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Lethal Weapon - The Seal is Broken - Review: "Keep Hanging On"



Given how light-hearted a show Lethal Weapon typically is, it's surprising to see how much of it centres around grief. Not just immediate grief either: the grief Martin Riggs feels is the stuff that cuts deep into every part of life, cropping up at every moment of happiness, perpetually keeping him in that shattering moment where he lost a part of his life.

Here's the rub: that grief is hard to portray meaningfully on television. Perhaps a niche cable drama could pull it off by focusing intimately for a long stretch of serialised episode on the minutiae and the depths of emotion of the kind of grief that stays with a person long beyond death. Lethal Weapon is, suffice to say, not a niche cable drama. It's as mainstream a broadcast TV show as they come, with a case of the week and character arcs that have to be wrapped up in 45 minutes, and it's therefore extremely hard for it to really do justice to the power of the emotions that are implicit within its story.

For the first time since the very first episodes, that problem reared its head in The Seal is Broken, an episode that purports to dive deep into Riggs' grief as it becomes even more painful on the anniversary of Miranda's death. To do it credit, Lethal Weapon tries. It leans heavily on Clayne Crawford's performance, which is a very smart move - Crawford cut his teeth on the niche cable drama of the kind I mentioned above, Rectify, and he's able to bring some of that complexity and depth to a storyline that's written in very broad strokes.

Furthermore, the show is very good at portraying a positive reaction to grief in the form of the Murtaugh family, whose role as a warm support unit and place of refuge for Riggs is made poignantly clear in scenes. It's broad strokes emotion, but Lethal Weapon does that kind of drama very well.

Yet it's hard to escape the feeling that it's all just too tame to really bite. The Seal is Broken needs us to believe that Riggs is plumbing the depths of despair, but it constantly opts for broadcast TV friendly images to communicate this - when he's 'drowning in alcohol', Riggs is holding one beer bottle and not heavily particularly drunk, and his way of acting out at work to show his emotional problems is to wear a bathing suit and fish under the vending machine for snacks.

The concept that he slept with an unknown woman and thus cheated on Miranda is interesting on paper, but the episode soon drains the power of this big mistake by going to the same imagery and same emotions again and again with very little variation.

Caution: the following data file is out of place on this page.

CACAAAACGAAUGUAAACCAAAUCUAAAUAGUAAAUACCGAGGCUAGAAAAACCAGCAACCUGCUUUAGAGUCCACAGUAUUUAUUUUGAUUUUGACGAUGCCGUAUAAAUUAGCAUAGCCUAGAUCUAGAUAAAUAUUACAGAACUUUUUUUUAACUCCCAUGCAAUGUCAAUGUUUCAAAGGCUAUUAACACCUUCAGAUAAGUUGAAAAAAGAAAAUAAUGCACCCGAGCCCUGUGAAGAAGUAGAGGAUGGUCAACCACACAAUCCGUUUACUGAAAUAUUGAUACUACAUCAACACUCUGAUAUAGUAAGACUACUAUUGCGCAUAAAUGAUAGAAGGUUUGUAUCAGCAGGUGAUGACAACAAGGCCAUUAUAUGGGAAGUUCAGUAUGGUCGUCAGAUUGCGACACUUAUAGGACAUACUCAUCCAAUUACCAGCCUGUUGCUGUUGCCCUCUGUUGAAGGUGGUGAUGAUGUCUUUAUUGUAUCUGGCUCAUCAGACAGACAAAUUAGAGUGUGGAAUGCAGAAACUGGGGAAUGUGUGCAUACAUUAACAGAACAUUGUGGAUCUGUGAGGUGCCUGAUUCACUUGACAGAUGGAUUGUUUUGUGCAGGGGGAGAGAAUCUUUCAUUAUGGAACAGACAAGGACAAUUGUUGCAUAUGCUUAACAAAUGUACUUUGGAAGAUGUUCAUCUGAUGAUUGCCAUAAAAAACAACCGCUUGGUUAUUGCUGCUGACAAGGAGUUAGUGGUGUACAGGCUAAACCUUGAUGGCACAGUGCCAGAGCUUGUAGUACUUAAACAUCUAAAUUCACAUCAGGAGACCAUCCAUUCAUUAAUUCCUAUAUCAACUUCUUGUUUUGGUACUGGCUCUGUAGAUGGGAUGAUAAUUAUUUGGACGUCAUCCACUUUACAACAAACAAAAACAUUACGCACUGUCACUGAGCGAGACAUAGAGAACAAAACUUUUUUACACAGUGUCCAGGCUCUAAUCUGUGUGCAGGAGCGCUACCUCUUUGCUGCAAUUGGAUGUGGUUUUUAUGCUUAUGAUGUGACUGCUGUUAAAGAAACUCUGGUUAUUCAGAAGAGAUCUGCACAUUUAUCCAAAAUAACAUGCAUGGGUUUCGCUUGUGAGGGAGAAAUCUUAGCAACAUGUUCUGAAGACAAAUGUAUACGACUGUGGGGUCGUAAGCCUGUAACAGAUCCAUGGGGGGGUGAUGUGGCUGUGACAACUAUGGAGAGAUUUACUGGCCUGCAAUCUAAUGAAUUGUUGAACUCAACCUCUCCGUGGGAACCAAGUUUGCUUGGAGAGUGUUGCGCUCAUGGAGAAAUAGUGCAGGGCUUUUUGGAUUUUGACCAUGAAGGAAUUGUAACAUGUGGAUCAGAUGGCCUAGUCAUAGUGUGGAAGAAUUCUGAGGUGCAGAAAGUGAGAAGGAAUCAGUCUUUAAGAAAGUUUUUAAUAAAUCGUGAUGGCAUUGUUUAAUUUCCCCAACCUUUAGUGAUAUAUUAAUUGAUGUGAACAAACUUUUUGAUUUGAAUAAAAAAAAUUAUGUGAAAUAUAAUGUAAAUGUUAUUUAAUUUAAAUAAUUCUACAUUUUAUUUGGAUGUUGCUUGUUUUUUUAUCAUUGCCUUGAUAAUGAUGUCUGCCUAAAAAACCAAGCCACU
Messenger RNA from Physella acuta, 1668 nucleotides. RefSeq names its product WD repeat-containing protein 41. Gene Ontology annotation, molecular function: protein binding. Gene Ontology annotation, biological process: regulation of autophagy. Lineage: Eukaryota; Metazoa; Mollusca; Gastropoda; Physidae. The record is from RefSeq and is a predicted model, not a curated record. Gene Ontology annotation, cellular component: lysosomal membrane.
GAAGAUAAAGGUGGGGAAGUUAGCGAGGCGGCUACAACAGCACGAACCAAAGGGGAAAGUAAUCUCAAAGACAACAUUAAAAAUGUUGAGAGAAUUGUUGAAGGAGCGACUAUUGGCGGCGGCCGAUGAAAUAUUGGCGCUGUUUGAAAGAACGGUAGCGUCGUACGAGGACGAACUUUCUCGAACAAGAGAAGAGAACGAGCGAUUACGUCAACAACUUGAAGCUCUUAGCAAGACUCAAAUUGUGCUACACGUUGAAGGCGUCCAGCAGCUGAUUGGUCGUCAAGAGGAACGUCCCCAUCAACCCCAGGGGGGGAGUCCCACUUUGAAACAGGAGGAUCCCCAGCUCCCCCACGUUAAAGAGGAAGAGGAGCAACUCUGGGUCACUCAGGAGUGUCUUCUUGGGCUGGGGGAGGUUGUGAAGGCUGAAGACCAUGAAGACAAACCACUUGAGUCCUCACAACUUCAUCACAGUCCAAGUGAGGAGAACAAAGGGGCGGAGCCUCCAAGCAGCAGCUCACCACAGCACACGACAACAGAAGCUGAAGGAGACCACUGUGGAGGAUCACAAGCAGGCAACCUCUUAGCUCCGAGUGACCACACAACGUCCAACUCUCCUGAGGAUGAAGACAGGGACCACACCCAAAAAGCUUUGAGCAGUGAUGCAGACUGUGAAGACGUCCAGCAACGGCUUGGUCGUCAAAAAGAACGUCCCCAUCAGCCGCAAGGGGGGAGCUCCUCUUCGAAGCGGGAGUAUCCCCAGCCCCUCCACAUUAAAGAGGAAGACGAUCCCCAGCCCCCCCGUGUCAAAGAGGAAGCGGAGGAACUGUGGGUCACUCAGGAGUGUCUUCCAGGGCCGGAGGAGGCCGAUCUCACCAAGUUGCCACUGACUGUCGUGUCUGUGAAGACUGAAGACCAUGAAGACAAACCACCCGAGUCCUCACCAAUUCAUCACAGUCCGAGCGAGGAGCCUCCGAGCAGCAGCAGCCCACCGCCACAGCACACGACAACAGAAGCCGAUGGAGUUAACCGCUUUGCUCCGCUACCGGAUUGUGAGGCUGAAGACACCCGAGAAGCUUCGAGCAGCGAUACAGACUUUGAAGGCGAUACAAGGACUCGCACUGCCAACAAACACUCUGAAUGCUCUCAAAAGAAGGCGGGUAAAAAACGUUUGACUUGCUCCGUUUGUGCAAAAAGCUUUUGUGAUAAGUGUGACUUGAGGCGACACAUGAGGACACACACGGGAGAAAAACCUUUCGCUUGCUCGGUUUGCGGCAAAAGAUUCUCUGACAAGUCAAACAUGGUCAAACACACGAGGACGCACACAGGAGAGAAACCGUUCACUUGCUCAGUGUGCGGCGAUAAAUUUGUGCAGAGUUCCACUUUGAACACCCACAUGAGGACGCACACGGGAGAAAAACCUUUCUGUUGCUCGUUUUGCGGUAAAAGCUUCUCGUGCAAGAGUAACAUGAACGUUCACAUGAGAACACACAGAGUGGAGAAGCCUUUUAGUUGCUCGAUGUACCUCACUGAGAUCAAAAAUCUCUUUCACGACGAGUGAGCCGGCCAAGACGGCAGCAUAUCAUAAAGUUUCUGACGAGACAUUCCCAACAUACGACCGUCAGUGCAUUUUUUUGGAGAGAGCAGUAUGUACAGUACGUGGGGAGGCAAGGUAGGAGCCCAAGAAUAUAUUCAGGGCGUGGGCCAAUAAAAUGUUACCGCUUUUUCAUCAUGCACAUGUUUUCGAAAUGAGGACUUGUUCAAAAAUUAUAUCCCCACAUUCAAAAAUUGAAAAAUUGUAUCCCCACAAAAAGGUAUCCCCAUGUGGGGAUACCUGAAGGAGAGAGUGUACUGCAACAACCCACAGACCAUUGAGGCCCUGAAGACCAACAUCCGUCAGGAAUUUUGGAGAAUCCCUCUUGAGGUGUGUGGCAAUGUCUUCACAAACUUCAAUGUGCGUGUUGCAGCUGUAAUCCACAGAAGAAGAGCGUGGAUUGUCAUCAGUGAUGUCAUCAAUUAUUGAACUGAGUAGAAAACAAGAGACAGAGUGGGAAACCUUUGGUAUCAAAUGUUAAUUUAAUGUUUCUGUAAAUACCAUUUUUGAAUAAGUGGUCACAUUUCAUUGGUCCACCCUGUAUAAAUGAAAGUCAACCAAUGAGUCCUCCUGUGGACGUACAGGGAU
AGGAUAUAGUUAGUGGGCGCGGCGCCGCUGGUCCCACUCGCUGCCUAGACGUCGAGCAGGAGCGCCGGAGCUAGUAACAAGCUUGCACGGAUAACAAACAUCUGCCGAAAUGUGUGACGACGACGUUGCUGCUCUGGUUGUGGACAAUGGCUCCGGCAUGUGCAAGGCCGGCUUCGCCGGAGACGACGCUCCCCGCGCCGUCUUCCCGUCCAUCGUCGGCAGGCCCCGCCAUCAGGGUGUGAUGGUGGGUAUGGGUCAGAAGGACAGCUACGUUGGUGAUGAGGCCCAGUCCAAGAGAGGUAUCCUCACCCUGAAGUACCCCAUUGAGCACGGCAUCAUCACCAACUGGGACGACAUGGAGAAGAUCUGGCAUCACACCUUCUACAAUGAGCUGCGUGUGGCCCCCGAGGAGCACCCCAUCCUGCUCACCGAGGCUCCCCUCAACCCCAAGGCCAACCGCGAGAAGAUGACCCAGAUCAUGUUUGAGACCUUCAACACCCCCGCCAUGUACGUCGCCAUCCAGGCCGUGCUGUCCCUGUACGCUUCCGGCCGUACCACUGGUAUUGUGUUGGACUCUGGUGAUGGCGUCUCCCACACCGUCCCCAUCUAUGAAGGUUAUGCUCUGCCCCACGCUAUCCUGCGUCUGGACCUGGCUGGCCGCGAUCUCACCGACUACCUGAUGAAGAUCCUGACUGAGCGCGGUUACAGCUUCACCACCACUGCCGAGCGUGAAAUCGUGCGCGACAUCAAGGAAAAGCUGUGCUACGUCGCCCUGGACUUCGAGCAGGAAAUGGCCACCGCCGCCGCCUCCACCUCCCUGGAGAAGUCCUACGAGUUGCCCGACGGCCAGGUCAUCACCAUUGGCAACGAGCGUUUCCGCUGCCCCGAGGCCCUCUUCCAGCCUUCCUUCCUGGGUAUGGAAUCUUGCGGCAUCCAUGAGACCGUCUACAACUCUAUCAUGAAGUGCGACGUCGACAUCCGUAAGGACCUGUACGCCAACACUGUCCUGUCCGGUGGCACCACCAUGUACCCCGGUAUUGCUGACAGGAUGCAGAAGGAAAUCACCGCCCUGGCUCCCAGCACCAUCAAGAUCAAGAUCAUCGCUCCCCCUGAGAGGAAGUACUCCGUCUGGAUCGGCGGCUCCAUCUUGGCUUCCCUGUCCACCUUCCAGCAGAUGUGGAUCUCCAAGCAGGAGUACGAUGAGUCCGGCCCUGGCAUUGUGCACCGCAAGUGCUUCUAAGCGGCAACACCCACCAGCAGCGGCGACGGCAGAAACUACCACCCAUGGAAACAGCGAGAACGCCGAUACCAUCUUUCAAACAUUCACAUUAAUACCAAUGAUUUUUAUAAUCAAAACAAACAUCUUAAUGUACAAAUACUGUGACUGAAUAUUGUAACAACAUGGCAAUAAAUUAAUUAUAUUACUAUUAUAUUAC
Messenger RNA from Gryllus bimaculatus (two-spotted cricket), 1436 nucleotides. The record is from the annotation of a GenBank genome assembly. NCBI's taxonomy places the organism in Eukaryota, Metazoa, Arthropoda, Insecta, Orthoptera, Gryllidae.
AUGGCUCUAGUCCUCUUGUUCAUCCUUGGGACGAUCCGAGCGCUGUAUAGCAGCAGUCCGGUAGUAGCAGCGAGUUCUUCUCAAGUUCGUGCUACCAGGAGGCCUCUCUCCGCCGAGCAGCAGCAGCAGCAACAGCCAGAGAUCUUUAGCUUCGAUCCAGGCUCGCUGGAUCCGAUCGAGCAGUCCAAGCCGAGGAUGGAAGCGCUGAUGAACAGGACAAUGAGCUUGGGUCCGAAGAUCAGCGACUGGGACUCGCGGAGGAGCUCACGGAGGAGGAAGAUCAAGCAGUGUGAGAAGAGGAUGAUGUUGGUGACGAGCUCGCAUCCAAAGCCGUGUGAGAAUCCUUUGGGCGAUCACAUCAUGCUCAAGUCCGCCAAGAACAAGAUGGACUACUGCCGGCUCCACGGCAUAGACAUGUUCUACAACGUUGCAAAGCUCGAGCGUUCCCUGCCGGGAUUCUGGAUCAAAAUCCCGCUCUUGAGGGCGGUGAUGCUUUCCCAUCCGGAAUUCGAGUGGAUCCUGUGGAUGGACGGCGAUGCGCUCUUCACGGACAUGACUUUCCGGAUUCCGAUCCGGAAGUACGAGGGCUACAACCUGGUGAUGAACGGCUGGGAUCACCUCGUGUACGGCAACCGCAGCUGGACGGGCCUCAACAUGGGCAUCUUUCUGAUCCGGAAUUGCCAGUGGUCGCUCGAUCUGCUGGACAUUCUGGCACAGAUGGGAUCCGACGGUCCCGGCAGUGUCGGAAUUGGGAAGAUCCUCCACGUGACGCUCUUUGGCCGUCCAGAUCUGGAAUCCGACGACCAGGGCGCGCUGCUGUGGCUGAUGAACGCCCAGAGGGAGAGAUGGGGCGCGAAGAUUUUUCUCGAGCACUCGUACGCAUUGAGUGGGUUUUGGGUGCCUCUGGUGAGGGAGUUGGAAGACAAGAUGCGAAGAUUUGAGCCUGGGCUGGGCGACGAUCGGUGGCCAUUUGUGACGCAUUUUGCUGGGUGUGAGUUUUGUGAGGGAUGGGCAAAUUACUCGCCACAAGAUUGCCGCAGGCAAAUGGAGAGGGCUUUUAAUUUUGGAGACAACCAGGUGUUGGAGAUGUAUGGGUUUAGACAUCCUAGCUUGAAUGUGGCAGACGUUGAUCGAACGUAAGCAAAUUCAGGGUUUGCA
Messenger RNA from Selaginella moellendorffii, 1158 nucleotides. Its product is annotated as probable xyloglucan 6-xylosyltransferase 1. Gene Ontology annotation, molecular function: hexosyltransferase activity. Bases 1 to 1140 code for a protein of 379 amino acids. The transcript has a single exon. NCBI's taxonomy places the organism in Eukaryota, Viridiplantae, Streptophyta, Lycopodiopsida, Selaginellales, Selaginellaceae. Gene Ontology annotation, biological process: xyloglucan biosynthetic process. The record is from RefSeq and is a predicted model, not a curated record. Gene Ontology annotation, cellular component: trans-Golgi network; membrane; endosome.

And when Riggs' story comes to its conclusion, The Seal is Broken really struggles in giving Riggs a defining moment of catharsis to put his weekly character arc to bed. For one, the show has already done a 'Riggs is tempted by death' moment, and much more effectively than the transparently contrived way it's done here. More problematically, it doesn't even really commit to the moment, as it ends in a ridiculous bit of slapstick with a tree that undercuts any of the emotional power of the moment and fails to deliver any kind of concluding statement.

Lethal Weapon is setting out to tell a deeply personal story of grief, but, perhaps constrained by its format, it went for one safe and palatable choice after another this week in a plotline that needed shocking moments.

The case of the week plays second fiddle to Riggs' story, which is a pity, because there are the bones of something interesting here. Granted, it's curiously similar to a plotline Lucifer did early this season, but it's an engaging mystery in the early going that builds well with the involvement of the priest character and the intriguing reveal of the second victim buried alive.

After that, though, the mystery fizzles and the story rushes to its conclusion, introducing a background player as the killer and rapidly doling out a slightly fudged motivation (he blames a priest... for doing what every priest does?). His suicide, which has all the makings of a big emotional moment, is immediately subsumed by Riggs' near-death experience, and is then completely forgotten about after. It's interesting in the early goings, but as with Riggs, The Seal is Broken fails to follow through.

Perhaps this is a more critical review than the episode deserves. After all, it's still generally entertaining, and, surprisingly for an episode dealing with some dark themes, it's genuinely funny, whether it's Cahill's reaction to Riggs, or the entire RJ plotline that carries no emotional weight but allows Damon Wayons Jr to do what he does best.

Even if this was a bit of a blip for Lethal Weapon, flunking its two main stories where it really counts, there are still signs of the show's best self poking through here and there. Here's hoping it delivers on those signs more substantially when it returns in two weeks.

Overall Grade: C+

+ Strong moments of humour
+ Murtaugh family: the best family

- An overly safe approach to Riggs' story
- A lack of sustained emotional moments
- A rushed case of the week


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